Unemployed are Precarious, Not Gigging

New Orleans       There was a special section in the New York Times recently where their reporters did a follow-up with workers from all around America that they had talked to during the pandemic to see how they were faring now.  That was a super depressing read!

The bottom line was clear.  Unemployed workers were able to survive when the stimulus was in place with unemployment plus $600 per week, but since July, when the money ran out, but the pandemic depression ran on, they have been barely surviving.  The meager allotment of unemployment benefits just doesn’t make it for most workers.  What should be disturbing to the White House and the Senate Majority is that this is not just true for lower wage service workers, but even for workers with multiple degrees in tech and the sciences. You know what I’m saying:  white people in the ‘burbs!  The other point that was inescapable, as I read the reports, is the number of workers of all varieties that were only making it because they had managed to find skinny little part-time jobs or jump into the “gig” job market, which hasn’t looked to pretty during the pandemic either.

One woman with a technology masters’ degree, three kids, and a partner was making it by working to deliver groceries for two different companies.  In her case, there was a somewhat happy ending when they reported that she was able to finally get a job, three days before they would have lost the house to foreclosure, and would have been homeless.  She had gotten to the 4th and 5th round for many jobs but was facing competition usually from 200 or more applicants.  She had resorted to saying that she was willing to move anywhere from their home in Montana for a j-o-b.   She was also increasingly hiding the fact that she was a mother with children, because she could sense that was one of the reasons she was not getting hired.  Researchers have now found that 1.2 million workers, inordinately female, have been pushed out of the workforce during the pandemic because of school closing issues alone.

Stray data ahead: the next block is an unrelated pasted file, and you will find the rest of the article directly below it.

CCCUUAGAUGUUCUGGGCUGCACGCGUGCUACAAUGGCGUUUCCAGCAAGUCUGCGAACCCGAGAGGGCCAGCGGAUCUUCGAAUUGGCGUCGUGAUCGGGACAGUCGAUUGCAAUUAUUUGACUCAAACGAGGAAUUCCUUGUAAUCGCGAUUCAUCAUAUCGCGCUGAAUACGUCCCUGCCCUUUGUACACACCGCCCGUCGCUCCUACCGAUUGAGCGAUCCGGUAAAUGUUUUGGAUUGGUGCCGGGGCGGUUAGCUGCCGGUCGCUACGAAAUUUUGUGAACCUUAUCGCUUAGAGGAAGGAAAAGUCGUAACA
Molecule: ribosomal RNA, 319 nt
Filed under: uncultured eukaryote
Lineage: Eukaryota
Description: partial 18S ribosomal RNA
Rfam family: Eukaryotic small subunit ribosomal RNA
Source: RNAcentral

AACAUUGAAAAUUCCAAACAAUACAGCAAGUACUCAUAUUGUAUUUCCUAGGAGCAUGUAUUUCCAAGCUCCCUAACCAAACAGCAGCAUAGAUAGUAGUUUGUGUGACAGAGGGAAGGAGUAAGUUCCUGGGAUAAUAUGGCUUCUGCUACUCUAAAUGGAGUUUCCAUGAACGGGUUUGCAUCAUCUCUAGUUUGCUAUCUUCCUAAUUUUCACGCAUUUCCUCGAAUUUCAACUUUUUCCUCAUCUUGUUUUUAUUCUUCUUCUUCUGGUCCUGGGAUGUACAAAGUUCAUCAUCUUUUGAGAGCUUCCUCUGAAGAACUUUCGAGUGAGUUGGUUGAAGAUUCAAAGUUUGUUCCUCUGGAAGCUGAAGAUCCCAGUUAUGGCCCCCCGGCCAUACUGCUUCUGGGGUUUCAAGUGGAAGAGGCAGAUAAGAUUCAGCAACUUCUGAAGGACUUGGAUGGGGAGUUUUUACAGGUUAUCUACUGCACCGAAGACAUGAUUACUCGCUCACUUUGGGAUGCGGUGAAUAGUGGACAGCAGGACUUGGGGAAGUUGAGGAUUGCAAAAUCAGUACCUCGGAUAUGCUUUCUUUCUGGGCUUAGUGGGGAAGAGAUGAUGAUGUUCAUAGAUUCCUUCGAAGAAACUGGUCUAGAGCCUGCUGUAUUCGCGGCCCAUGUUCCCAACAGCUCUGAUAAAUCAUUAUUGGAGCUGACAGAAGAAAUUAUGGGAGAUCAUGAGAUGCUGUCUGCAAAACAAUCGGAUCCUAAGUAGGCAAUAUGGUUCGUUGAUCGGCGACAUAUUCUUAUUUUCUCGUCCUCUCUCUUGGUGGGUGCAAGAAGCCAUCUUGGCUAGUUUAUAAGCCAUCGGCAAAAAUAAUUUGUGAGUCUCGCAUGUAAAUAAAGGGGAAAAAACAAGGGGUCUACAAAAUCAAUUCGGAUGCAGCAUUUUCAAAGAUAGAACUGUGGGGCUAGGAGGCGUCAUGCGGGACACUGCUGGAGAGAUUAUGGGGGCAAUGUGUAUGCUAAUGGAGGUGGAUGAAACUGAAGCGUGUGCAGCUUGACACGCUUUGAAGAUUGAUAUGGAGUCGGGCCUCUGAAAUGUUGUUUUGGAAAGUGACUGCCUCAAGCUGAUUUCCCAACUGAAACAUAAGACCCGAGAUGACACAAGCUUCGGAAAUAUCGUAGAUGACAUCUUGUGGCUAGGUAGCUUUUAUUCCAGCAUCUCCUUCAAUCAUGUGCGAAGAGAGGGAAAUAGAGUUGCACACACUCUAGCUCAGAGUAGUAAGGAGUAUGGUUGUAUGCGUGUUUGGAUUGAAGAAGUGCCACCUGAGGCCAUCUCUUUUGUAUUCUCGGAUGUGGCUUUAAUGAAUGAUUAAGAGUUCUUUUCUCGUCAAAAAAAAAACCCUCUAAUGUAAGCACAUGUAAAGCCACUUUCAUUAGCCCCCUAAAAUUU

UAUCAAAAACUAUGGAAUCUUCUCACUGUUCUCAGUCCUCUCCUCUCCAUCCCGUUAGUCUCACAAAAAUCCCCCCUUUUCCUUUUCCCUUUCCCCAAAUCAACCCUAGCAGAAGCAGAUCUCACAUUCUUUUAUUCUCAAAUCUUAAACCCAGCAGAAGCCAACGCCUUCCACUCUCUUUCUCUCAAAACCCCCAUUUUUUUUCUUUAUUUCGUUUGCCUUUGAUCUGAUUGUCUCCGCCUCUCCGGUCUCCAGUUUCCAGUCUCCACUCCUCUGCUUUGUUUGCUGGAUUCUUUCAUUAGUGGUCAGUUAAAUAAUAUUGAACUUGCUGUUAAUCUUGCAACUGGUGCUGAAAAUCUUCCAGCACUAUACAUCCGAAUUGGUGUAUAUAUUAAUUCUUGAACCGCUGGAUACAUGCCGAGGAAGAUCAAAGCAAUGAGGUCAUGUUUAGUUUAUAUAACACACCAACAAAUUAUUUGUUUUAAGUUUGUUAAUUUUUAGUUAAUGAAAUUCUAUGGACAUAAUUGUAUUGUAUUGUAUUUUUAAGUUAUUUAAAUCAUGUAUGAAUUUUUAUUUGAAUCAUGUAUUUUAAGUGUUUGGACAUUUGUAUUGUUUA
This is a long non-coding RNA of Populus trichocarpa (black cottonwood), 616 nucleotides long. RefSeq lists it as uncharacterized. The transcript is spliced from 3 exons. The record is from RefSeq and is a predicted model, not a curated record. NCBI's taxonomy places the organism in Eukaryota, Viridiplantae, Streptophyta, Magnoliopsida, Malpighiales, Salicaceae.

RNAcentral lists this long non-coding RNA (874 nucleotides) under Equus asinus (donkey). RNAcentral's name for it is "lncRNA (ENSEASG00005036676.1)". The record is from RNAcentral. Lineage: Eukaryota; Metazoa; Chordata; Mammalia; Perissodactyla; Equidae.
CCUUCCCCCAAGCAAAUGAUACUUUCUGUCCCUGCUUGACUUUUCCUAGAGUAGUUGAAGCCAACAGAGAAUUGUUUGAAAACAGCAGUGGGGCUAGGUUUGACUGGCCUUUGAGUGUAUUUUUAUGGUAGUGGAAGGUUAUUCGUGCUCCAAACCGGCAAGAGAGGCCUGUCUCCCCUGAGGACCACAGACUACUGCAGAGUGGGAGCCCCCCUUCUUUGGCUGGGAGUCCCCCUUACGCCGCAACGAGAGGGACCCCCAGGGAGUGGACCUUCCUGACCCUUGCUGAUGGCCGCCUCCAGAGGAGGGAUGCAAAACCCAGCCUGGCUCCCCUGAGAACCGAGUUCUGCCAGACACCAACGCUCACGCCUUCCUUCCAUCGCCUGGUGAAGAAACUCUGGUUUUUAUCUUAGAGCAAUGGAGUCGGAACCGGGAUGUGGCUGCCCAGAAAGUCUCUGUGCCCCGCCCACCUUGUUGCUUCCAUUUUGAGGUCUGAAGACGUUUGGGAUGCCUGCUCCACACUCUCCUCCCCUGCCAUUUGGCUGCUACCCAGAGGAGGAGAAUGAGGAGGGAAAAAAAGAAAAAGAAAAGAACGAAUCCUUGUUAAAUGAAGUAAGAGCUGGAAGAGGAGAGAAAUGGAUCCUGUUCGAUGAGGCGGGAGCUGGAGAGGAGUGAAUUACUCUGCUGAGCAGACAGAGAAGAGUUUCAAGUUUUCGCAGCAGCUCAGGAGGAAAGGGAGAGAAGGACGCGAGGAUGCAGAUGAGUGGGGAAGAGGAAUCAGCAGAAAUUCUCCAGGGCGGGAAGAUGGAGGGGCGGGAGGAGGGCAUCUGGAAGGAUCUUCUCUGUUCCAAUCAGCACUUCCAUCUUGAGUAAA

A woman bartender from Kentucky, who was laid off after her boss got PPP money from the CARES act and was a single mother with two children, told how she had “spent nine hours a day on hold for a week before…[she]…got her first check” from unemployment.  After three months she was able to get a part-time job for only two nights per week with early closings, and she’s still waiting for her thirteen-week extension to kick in.

Others hadn’t been able to find anything.  They had lost health insurance.  They were stocking shelves.  They were teaching their children. The DOL reports that there are huge numbers of workers being pushed out of the workforce because unemployment has ended and job searches have stalled as the economy continues to only slowly recover and to lag especially in the service sector.

We learned something during the stimulus.  Workers have to have it!  America is no longer the site of the gig economy, but instead is full of precarious workers at every level.